How did I reach this stage? I believe that after years of push and pull (from 13-18 for me), we humans honestly reach a stage where despite the pressure, we finally convince ourselves that it’s not as bad as we make it out to be. Each moment I prolonged during the first five years, my body’s and my heart’s defense mechanisms only grew weaker. I lowered my guard – because I realized that having my guard up and resisting did not change anything – it simply exhausted me. And so, overtime, I become blinded from the bad – I forgot about the pressure. In fact, once I entered university, if ever he would talk about the start of the relationship, I would tell him to stop. I did not want to remember. I feel that I experienced a phase of selective amnesia – the relationship was only good, and about good.

And so, from the age of 18, I thought I was Juliet and he Romeo. Honestly. As I sat with my friend and recounted, I told her the story of a man in love with a girl so many years his junior, and a girl in love with a man, so many years her senior. I described how despite how much they loved each other, society would not understand because of the age difference, and because my family would never approve of the marriage. I am sure her heart softened up to him as I described his romance with me, his constant praise and support and the amount of spoiling he would offer me. ‘This is from him, and this and this and this….’ I would say as I proudly revealed his gifts to me.

At that time, when I would recount my story I would be moved to tears as I reflected on why we weren’t together and why I had to taste the sweetness of his love in the first place if it would not be eternal. You see, I was living post high school phase. I remembered nothing of the beginnings of the relationship…nothing of the disgust I feel now when I think of things retrospectively.

Meeting my friend was a very important thing in my life. She opened my eyes and I honestly feel that God brought her into my life when I truly needed her strength. She came into my life at the moment I had made a decision to move away from him, and if it wasn’t for how she helped open my eyes and put life into perspective, I wonder if I would still be experiencing the selective amnesia that I mentioned – perhaps I would have already taken the leap and been with him by now. As our relationship grew, I would tell her more and more about my relationship, and it was during my reflections with her that I began recalling my feelings during high school.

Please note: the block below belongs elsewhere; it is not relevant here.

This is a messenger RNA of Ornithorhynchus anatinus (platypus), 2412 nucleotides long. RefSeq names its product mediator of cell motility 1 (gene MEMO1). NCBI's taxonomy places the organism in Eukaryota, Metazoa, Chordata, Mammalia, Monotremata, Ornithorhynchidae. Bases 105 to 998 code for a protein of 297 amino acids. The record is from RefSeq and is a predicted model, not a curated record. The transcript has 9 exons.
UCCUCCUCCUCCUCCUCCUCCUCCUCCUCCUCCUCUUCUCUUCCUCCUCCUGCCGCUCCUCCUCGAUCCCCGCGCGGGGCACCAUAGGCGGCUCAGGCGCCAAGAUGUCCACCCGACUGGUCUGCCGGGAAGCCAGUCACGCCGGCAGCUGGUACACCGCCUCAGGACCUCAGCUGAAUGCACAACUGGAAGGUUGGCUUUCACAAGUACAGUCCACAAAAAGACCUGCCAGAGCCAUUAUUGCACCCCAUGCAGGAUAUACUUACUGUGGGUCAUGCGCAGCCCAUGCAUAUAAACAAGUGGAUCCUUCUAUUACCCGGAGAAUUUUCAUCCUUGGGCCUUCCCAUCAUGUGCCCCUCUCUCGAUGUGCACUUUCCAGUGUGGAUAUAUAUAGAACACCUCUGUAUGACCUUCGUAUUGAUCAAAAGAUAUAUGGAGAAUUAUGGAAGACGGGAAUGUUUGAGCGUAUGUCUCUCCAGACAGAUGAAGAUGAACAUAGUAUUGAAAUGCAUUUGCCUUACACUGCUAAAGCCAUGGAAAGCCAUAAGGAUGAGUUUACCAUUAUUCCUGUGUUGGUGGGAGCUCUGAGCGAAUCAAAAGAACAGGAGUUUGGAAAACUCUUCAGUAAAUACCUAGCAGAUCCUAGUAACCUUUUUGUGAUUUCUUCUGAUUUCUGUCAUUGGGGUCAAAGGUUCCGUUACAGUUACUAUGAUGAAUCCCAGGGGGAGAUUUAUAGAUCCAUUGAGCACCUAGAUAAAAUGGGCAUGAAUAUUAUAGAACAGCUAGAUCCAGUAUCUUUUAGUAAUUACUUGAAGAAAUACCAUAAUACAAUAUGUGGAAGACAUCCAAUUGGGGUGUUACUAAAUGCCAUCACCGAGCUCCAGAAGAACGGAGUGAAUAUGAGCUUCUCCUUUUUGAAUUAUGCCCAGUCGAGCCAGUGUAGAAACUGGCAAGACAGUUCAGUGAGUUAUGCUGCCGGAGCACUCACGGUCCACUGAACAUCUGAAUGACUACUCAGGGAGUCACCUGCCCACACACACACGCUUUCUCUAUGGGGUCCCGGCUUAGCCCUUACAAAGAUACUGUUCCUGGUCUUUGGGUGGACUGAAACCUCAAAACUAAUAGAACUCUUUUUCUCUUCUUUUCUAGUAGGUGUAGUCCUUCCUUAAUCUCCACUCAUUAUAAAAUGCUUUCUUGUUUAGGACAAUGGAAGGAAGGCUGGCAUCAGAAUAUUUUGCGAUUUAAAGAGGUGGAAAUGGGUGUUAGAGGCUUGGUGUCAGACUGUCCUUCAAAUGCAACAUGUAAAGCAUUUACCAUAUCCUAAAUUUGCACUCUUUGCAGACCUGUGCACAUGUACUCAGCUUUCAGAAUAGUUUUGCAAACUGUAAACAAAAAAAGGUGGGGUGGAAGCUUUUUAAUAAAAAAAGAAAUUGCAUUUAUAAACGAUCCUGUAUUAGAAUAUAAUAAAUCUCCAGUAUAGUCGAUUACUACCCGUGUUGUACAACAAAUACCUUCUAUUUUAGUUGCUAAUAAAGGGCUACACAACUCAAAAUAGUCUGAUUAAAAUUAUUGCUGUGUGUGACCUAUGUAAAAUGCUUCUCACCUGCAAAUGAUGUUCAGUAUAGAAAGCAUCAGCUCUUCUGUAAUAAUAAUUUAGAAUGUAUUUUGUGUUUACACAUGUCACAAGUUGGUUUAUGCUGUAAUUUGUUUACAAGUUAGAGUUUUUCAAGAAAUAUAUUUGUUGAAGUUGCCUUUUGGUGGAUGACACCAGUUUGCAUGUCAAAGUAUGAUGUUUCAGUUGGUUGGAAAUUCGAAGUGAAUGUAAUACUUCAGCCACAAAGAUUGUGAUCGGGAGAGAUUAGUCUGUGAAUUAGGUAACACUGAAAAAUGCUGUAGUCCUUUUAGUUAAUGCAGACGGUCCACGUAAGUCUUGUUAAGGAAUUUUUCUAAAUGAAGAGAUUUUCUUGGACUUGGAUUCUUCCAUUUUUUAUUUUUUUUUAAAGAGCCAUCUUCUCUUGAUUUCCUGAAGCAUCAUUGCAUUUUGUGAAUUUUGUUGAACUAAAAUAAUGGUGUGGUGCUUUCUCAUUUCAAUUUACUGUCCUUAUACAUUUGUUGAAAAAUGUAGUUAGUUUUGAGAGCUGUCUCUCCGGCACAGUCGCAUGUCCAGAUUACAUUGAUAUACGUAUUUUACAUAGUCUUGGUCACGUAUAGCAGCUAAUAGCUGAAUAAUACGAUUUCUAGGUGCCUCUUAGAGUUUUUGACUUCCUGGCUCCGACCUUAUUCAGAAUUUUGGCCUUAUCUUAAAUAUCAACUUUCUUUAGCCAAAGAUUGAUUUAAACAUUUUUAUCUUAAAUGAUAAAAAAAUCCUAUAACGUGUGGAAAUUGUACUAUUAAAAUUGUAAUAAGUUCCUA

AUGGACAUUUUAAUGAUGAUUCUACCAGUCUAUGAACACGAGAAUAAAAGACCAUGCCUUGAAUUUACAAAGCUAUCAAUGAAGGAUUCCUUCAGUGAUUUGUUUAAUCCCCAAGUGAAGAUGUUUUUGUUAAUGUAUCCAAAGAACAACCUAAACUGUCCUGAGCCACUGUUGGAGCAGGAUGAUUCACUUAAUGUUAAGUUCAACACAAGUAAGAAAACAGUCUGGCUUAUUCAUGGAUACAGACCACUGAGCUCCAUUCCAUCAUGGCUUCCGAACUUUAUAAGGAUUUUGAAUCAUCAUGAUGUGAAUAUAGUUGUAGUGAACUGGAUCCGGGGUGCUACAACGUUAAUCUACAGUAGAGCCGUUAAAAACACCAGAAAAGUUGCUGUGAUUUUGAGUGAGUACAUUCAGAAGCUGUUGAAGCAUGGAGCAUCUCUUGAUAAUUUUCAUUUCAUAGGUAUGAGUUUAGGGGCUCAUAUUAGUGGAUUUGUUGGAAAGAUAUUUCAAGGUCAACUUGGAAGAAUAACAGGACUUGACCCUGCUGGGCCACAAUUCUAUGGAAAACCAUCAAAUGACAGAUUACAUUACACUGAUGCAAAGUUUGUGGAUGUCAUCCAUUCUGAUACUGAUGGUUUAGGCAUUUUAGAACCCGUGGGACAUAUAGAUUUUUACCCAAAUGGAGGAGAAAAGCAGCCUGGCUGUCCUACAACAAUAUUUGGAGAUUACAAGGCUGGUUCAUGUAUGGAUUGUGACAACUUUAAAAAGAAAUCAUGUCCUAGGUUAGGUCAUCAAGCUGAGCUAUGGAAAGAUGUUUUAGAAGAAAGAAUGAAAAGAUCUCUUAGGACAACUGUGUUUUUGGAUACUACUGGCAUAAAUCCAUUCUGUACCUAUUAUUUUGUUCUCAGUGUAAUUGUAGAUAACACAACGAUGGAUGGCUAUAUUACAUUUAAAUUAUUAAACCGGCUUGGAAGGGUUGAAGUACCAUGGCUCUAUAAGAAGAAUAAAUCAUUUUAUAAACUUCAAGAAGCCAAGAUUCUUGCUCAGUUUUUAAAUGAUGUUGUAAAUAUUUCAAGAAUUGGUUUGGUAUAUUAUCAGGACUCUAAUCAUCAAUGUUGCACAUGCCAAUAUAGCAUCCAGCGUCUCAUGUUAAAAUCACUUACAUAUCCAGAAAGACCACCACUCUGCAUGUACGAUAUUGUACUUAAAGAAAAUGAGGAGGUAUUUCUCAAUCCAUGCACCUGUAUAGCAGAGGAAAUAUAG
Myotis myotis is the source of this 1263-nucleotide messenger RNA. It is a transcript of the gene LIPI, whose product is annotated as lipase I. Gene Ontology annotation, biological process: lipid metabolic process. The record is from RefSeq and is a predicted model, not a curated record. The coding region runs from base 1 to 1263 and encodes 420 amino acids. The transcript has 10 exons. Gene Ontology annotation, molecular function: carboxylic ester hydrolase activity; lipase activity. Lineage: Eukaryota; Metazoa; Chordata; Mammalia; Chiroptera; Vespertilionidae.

I wonder what she thinks about my journey. I wonder what you, my readers think about the polar opposite phases I experienced. Why do you think I forgot about the pressure I felt during high school once I moved away for university? What was it about turning 18 that blinded me from the negative feelings that existed at the start, but that I remember now?


  1. Everyone wants the people they love to be better than they are. We enable alcoholics, pedophiles, abusers because we are convinced that we do not deserve better and that if we did our love would change the bad behavior. Love is a force, but not that kind.

    He was a man who you and your family trusted. He could not honor that trust and you, the least defenseless and most trusting person he knew became his victim. Your relationship went on for so long that your self-esteem was wrapped up in his attention. He acted pitifully. I don't think you mistake pity for love anymore. You are becoming free. It is a continuing process. The relationship has permanently changed you, but it no longer determines your behavior.

    Your friend has been a true friend. There is no substitute for a friend, someone who asks nothing of you, who puts no undue demands on your relationship. Someone who takes you as you are, who is proud to be with you and feels no need to hide that from anyone.

  2. I agree with everything wrinkledman says. We put up with way too much because of love. Because we believe that if he loves us it must be okay. Because we think we don't deserve any better, because if we just keep giving, maybe, just maybe it'll change.